2. It’s the left freaking out over a dictatorial Trump. Trump and the tangential media hyperbole will put more guns in the hands of the left than Stalin and compulsory service ever could.

    • I doubt it.
      A few libs will buy a gun and a box of ammo. They won’t practice enough to get proficient. They’ll find all the gun ranges full of conservatives that give them bad vibes. They’ll realize that practice ammo and range time cost money and it cuts into their Whole Foods grocery budget. Those guns will rust away in a drawer or get dumped back onto the used market eventually.

  3. If Sept-Oct-Nov-Dec were ALL increases from the previous month, when was the much ballyhooed “Post Election Trump Slump”???

    We were talking about the so-called slump before January started, IIRC.

  4. Whatever the reasons for the “Trump slump” I don’t see it here. I already see various shades and varieties of humans buying guns. As per usual in Cook County/NW Indiana…although certain gun sellers may face a backlash after their complicity with the enemy is revealed?

    • I like hearing this good news that gun sales are chugging right along – it will put the lie to Springfield and Rock’s claim in a few months that their dismal second-quarter performance will be due to the trump slump.
      Calling it right now: they will try to spin it that way – all while everyone else is doing just fine.

  5. Consider that NICS checks do not always indicate that a firearm has been sold by a dealer. They could be denials, a check could be run in states that require them for private party sales, etc… I can state that our business has seen a drop in firearm sales since after Christmas. I have wholesalers calling daily with rock bottom price offers, and a lot of the industry contacts we have are telling us their sales are down. I have a hard time equating these “record numbers” with our sales. Of course maybe our numbers are only a reflection of our tiny slice of the market, but everything I am hearing and seeing indicates sales are down. I never had sales reps offering (begging) me some of the deals we have been getting lately.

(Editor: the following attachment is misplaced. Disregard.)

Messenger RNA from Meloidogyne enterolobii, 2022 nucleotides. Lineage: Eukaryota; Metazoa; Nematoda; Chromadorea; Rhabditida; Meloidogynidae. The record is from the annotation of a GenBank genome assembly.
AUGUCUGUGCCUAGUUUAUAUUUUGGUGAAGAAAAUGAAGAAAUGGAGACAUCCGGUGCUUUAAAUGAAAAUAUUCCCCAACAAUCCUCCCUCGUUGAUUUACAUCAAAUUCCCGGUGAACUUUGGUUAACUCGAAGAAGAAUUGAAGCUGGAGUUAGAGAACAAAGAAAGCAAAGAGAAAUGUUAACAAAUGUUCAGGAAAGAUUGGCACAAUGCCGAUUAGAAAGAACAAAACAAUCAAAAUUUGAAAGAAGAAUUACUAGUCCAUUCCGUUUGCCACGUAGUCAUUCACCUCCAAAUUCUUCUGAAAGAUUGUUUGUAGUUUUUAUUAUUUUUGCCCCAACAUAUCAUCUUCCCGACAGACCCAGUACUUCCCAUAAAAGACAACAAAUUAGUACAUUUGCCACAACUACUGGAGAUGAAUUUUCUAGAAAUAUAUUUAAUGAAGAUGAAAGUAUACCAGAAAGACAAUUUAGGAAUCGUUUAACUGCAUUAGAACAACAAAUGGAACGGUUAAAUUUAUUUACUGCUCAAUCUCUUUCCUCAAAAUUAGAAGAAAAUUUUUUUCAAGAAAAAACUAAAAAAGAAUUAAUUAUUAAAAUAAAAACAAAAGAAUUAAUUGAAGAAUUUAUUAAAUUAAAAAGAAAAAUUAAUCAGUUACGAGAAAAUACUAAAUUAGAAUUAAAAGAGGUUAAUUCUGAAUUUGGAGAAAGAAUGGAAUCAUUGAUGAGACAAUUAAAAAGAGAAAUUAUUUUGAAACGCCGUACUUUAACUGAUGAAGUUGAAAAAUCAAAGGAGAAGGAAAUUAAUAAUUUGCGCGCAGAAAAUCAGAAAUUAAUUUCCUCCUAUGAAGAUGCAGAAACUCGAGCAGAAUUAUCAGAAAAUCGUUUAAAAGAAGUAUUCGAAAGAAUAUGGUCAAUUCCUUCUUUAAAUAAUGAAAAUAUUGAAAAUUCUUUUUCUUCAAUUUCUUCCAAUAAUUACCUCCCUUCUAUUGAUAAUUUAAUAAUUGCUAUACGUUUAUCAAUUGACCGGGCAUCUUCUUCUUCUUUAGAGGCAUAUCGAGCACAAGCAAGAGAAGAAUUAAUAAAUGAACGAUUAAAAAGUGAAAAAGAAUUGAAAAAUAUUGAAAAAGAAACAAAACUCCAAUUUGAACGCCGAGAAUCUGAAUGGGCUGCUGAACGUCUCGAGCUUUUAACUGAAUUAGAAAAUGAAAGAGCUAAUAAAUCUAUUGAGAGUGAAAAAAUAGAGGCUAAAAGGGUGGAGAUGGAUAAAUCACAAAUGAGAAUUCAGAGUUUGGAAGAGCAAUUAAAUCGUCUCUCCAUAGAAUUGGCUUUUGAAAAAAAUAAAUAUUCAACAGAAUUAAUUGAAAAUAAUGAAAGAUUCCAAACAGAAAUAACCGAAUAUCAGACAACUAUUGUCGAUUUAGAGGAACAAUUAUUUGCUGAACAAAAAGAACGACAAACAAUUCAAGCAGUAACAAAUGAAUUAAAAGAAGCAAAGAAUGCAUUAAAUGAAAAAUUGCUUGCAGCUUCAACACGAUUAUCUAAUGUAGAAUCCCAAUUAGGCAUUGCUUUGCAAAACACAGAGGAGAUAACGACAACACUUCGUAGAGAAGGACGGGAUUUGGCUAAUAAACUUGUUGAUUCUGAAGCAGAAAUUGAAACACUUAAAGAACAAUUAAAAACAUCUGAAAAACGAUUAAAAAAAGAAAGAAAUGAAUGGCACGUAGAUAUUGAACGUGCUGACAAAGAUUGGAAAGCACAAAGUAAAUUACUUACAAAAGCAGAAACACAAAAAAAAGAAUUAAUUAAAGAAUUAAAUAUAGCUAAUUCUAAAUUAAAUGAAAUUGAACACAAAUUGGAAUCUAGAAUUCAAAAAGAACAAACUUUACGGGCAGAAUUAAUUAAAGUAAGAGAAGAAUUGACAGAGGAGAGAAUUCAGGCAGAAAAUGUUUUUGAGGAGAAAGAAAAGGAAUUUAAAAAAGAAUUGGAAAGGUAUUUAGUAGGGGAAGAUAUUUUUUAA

• +1
      Saw the same thing in my shop. January was absolutely awful, but the following months picked up and have been better than last year. But we’re still recovering from January.

  6. Well, maybe Trump is getting liberals to buy guns. Liberal or conservative, in the current environment, you’d be stupid to not have a weapon in your possession, and also, lots of us bought things on sales. It’s been a good year so far.

    • You certainly would be stupid to go unarmed, but barring some ideological conversion, I would prefer my enemies to remain stupid in that manner.

  7. Lots of the volume in sales right now is because of the fire-sale prices being offered to get rid of excess inventory. There were warehouses of guns waiting for a post-election Clinton victory panic, and it never materialized, so they have to move all of that stock now without the help of Hillary Clinton (who, as gun-salesman-in-chief would have made Obama look like an amateur). Just selling a lot of guns doesn’t mean the market isn’t weak. If those guns are all selling for just a few bucks over cost, it’s bad news. Ask any local gun shop owner, I’ll bet his distributors are offering him some crazy deals right now.